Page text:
''Does she actually think we're gonna let her go out with this guy?" the dad in Fox's ''The War at Home" rants about his teen daughter's black friend. ''I'd rather drink my own urine."
No. ''The War at Home," which premieres tomorrow night at 8:30 on Channel 25, has absolutely nothing going for it, never mind charm. It's a pile of willfully outrageous jokes trying to cover up a complete dearth of wit, warmth, and character. It's a grating half-hour of attention-getting bluster that has been stuck between ''Family Guy" fanatics and their favorite show, which returns at 9.
The idea seems to be that Dad -- Dave, played by Michael Rapaport -- is a kind of contemporary Archie Bunker, a father of three who's so offensive and stubborn he's funny. But he's more like a karaoke Archie, mechanically spitting out his homophobic and racist gags at the camera as if they were banal sitcom punch lines. And even worse, we're supposed to laugh along with him, and not necessarily at him. We, too, are expected to fret because Dave's 15-year-old son likes show tunes.
So many network sitcom dads are Neanderthals these days, it's almost a convention of the genre. But Dave makes the fathers on ''According to Jim" and ''Still Standing" appear downright metrosexual, as his rage drives him beyond puppy-dog sexism and into the realm of ugly social hysteria. His ignorance and confusion about today's world aren't cute or ironic; they're just scary. And Rapaport, who acts mostly with his neck and head here, terribly overplays Dave's modern agitation, particularly in the confessional interludes when characters talk directly to the camera.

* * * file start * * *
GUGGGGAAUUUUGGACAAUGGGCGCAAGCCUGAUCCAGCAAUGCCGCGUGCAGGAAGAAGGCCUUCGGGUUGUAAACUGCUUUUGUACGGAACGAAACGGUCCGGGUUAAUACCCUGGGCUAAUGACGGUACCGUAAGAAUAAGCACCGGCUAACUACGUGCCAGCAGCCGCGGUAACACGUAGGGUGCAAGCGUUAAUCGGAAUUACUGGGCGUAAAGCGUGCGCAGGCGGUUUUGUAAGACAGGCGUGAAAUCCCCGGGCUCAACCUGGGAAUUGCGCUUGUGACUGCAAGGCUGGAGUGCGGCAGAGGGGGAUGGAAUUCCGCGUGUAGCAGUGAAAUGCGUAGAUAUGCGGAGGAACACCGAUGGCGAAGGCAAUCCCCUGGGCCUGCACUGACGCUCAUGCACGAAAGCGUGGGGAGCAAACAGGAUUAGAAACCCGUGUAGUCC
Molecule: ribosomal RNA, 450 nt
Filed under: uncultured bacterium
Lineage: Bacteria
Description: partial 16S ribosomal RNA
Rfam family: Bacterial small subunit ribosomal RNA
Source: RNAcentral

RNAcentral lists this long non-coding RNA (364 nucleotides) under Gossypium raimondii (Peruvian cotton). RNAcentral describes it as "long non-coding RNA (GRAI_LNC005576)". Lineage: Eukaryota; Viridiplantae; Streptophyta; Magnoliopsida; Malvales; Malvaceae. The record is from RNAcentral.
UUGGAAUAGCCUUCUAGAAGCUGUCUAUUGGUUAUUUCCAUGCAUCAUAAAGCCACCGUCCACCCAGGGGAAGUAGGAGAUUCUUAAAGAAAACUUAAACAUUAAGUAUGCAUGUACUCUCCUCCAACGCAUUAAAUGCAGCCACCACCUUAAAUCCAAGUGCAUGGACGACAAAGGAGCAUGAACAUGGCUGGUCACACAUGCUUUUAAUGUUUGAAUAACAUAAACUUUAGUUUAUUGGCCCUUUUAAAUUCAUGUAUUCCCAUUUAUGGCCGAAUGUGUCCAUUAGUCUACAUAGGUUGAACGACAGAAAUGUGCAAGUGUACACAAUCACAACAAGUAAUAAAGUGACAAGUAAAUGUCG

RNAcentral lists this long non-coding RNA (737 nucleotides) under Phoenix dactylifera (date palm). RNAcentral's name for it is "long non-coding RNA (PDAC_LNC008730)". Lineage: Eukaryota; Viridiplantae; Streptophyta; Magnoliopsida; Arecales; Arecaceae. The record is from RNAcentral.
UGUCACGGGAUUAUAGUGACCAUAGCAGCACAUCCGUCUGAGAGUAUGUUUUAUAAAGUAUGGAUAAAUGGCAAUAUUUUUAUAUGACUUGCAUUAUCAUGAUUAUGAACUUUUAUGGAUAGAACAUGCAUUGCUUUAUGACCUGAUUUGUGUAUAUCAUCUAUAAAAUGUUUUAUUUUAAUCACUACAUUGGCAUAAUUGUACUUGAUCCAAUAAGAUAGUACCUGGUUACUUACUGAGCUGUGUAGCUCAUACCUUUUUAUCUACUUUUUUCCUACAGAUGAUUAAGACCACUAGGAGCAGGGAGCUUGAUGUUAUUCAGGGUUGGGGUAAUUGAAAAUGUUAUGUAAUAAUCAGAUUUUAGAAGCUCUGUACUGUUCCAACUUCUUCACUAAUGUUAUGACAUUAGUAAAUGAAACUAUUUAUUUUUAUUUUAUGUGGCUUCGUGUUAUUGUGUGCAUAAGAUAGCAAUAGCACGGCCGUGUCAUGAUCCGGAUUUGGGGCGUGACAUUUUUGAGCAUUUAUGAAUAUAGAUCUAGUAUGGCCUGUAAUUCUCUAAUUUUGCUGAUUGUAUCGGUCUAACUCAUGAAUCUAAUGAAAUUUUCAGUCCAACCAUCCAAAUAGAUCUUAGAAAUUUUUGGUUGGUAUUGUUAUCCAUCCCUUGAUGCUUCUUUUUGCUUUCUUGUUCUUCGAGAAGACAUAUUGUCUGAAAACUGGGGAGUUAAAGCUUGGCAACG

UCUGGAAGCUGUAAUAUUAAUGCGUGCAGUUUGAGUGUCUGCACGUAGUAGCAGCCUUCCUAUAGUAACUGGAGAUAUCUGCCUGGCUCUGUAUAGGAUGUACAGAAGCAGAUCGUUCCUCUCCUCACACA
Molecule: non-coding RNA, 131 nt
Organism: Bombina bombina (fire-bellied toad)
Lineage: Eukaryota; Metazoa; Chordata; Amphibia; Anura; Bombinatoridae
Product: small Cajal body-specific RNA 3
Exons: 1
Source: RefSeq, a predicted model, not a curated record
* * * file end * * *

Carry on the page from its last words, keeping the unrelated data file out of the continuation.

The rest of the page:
The rest of the family are easily forgettable TV types, although Kaylee DeFer as 16-year-old daughter Hillary is memorable simply because she's got such a clear Lindsay Lohan thing going on. All the members could be dropped into any of the less Fox-ed up network family comedies, such as ''Yes, Dear," and few viewers would probably notice.
It's remarkable how thoroughly ''The War at Home" -- a title that makes its Sept. 11 premiere all the less auspicious -- can transform shock into stock. The more it tries to jolt us with political incorrectness and penis jokes, the more profoundly ho-hum it all gets.
Matthew Gilbert can be reached at email@example.com.